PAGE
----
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Julia GLM.jl and MixedModels.jl based implementation of the cluster-based permutation test for time series data, powered by JuliaConnectoR.

Installation and usage

Install the released version of jlmerclusterperm from CRAN:


Or install the development version from GitHub with:

# install.packages("remotes")

Using jlmerclusterperm requires a prior installation of the Julia programming language, which can be downloaded from either the official website or using the command line utility juliaup. Julia version >=1.8 is required and 1.9 or higher is preferred for the substantial speed improvements.

Before using functions from jlmerclusterperm, an initial setup is required via calling jlmerclusterperm_setup(). The very first call on a system will install necessary dependencies (this only happens once and takes around 10-15 minutes).

Subsequent calls to jlmerclusterperm_setup() incur a small overhead of around 30 seconds, plus slight delays for first-time function calls. You pay up front for start-up and warm-up costs and get blazingly-fast functions from the package.

# Both lines must be run at the start of each new session

See the Get Started page on the package website for background and tutorials.

Quick tour of package functionalities

Wholesale CPA with clusterpermute()

A time series data:

chickweights <- ChickWeight
chickweights$Time <- as.integer(factor(chickweights$Time))
  tapply(chickweights$weight, chickweights[c("Time", "Diet")], mean),
  type = "b", lwd = 3, ylab = "Weight", xlab = "Time"

Preparing a specification object with make_jlmer_spec():

chickweights_spec <- make_jlmer_spec(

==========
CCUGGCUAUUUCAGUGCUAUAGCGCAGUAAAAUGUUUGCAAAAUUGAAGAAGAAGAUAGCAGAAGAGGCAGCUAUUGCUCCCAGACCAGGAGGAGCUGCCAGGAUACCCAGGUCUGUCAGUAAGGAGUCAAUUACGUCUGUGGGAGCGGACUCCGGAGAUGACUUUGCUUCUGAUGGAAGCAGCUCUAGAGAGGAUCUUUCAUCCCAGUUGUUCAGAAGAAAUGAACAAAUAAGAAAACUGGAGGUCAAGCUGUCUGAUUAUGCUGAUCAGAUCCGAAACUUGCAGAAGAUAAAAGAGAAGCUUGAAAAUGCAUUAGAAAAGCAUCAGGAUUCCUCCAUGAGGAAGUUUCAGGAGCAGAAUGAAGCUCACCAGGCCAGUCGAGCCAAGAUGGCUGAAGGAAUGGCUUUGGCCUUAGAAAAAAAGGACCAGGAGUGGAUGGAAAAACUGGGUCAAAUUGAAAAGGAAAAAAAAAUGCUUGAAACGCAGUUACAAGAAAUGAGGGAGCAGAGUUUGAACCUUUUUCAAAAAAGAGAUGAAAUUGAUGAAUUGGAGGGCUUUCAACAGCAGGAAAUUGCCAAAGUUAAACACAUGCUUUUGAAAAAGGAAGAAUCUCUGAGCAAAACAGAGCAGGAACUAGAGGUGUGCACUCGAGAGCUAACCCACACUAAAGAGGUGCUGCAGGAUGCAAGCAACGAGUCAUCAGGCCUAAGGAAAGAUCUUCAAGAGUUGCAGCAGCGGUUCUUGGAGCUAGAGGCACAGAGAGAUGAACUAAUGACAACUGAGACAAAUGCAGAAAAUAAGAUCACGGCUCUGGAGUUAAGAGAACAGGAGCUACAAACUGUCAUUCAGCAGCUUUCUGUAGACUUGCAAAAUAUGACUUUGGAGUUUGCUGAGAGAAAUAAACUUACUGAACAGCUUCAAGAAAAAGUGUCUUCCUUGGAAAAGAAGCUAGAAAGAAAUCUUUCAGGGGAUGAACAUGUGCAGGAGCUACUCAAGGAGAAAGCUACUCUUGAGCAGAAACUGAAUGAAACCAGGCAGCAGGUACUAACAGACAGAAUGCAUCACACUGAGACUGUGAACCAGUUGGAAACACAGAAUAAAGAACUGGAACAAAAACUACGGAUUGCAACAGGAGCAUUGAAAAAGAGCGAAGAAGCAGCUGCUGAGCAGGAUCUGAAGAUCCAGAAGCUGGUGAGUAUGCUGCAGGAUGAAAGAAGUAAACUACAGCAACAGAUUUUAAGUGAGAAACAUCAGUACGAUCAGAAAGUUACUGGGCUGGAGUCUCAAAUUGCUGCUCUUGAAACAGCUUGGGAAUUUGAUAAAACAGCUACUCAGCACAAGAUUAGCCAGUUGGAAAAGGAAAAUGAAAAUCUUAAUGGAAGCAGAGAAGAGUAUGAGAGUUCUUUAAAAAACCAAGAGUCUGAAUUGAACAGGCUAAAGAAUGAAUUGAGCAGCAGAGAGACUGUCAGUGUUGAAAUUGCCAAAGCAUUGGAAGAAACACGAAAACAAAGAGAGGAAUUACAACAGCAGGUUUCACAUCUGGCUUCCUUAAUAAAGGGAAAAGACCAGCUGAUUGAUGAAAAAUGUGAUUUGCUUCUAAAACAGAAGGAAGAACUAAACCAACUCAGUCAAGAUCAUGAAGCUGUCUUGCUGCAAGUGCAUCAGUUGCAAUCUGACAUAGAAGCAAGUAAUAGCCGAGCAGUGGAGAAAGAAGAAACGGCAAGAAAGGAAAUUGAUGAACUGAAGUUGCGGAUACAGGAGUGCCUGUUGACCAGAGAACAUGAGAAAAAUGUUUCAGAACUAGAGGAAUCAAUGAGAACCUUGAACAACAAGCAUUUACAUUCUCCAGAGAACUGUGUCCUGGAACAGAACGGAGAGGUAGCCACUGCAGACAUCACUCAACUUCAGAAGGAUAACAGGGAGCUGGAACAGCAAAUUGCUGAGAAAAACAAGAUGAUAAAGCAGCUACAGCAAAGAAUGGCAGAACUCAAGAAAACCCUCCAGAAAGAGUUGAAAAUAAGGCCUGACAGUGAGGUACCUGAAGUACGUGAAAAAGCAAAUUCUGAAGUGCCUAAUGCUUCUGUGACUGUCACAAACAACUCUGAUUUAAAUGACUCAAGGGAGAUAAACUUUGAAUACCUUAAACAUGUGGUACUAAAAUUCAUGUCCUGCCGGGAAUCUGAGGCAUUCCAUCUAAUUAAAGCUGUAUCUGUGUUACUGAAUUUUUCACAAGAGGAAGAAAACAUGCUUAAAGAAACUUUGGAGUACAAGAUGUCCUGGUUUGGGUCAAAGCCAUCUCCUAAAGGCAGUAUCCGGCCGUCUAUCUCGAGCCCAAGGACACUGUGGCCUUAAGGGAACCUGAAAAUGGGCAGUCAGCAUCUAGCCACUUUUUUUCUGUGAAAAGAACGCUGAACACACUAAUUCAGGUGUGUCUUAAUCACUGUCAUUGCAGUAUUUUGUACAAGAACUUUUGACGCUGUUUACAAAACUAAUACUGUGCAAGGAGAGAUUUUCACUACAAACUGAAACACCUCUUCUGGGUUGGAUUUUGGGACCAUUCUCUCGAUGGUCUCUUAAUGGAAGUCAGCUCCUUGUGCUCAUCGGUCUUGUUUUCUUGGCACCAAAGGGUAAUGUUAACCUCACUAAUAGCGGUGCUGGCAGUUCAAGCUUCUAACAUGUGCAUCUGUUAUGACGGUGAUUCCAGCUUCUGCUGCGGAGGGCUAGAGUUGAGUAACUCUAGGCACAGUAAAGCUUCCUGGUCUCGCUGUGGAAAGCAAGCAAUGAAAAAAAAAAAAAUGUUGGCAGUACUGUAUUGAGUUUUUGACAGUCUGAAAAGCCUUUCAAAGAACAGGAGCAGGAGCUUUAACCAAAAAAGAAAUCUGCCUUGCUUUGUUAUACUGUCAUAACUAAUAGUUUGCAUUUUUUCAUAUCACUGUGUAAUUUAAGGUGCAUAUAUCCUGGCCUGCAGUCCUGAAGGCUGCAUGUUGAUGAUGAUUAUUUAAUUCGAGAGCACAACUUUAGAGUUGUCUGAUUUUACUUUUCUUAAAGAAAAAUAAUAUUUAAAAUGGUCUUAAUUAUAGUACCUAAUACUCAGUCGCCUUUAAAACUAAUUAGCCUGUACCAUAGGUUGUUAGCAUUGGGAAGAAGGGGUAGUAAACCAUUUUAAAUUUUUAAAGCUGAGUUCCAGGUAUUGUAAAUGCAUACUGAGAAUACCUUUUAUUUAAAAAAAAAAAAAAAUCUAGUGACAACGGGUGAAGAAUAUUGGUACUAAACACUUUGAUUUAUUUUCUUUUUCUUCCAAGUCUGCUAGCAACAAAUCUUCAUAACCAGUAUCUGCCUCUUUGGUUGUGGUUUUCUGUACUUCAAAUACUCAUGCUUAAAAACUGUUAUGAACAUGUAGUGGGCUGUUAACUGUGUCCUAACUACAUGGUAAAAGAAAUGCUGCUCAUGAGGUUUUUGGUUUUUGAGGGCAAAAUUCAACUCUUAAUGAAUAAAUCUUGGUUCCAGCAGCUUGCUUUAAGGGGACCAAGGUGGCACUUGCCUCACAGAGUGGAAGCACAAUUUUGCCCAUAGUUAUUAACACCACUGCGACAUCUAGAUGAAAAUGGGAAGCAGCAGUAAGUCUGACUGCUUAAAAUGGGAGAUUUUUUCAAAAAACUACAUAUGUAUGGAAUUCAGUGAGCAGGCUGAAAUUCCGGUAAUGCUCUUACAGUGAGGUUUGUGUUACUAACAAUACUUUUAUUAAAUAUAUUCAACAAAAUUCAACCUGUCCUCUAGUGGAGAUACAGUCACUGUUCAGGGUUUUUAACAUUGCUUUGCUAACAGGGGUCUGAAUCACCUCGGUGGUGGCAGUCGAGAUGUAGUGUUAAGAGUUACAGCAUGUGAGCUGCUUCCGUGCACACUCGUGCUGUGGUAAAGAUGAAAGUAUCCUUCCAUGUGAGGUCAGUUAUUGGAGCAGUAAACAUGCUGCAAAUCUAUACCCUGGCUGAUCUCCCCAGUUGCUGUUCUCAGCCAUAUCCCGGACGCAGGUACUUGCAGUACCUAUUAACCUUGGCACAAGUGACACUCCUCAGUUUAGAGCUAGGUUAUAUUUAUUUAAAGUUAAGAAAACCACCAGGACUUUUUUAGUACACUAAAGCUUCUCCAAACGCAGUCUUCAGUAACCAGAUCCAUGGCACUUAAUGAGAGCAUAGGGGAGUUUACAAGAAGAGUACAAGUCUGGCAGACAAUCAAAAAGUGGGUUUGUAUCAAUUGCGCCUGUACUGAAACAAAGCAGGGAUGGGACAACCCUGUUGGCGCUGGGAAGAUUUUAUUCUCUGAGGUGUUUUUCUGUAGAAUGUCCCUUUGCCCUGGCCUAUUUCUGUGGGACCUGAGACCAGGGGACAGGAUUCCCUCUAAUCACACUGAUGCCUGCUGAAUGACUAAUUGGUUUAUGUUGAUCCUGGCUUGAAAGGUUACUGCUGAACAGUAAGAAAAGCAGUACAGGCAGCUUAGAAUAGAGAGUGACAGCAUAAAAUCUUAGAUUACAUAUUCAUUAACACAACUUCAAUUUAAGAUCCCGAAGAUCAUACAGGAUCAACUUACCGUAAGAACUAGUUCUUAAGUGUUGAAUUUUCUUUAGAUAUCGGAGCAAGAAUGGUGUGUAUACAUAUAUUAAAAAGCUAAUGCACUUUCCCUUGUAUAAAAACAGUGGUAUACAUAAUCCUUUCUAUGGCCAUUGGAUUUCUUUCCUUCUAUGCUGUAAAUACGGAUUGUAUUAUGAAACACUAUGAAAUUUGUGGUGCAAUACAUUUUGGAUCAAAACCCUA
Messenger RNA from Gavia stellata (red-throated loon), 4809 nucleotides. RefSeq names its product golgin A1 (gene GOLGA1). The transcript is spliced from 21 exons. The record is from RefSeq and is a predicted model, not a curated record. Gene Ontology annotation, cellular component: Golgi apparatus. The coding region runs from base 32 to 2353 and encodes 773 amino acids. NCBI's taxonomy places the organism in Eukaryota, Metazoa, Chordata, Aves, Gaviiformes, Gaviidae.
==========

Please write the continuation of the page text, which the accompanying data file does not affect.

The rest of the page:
formula = weight ~ 1 + Diet,
  data = chickweights,
  subject = "Chick", time = "Time"

Cluster-based permutation test with clusterpermute():

  threshold = 2.5,
  nsim = 100

Including random effects:

chickweights_re_spec <- make_jlmer_spec(
  formula = weight ~ 1 + Diet + (1 | Chick),
  data = chickweights,
  subject = "Chick", time = "Time"
  threshold = 2.5,
  nsim = 100

Piecemeal approach to CPA

Computing time-wise statistics of the observed data:

empirical_statistics <- compute_timewise_statistics(chickweights_spec)
matplot(t(empirical_statistics), type = "b", pch = 1, lwd = 3, ylab = "t-statistic")
abline(h = 2.5, lty = 3)

Identifying empirical clusters:

empirical_clusters <- extract_empirical_clusters(empirical_statistics, threshold = 2.5)

Simulating the null distribution:

null_statistics <- permute_timewise_statistics(chickweights_spec, nsim = 100)
null_cluster_dists <- extract_null_cluster_dists(null_statistics, threshold = 2.5)

Significance testing the cluster-mass statistic:

calculate_clusters_pvalues(empirical_clusters, null_cluster_dists, add1 = TRUE)

Iterating over a range of threshold values:

walk_threshold_steps(empirical_statistics, null_statistics, steps = c(2, 2.5, 3))


  • The paper Maris & Oostenveld (2007) which originally proposed the cluster-based permutation analysis.

  • The JuliaConnectoR package for powering the R interface to Julia.

  • The Julia packages GLM.jl and MixedModels.jl for fast implementations of (mixed effects) regression models.

  • Existing implementations of CPA in R (permuco, permutes, etc.) whose designs inspired the CPA interface in jlmerclusterperm.


If you use jlmerclusterperm for cluster-based permutation test with mixed-effects models in your research, please cite one (or more) of the following as you see fit.

To cite jlmerclusterperm:

To cite the cluster-based permutation test:

  • Maris, E., & Oostenveld, R. (2007). Nonparametric statistical testing of EEG- and MEG-data. Journal of Neuroscience Methods, 164, 177–190. doi: 10.1016/j.jneumeth.2007.03.024.

To cite the Julia programming language:

  • Bezanson, J., Edelman, A., Karpinski, S., & Shah, V. B. (2017). Julia: A Fresh Approach to Numerical Computing. SIAM Review, 59(1), 65–98. doi: 10.1137/141000671.

To cite the GLM.jl and MixedModels.jl Julia libraries, consult their Zenodo pages: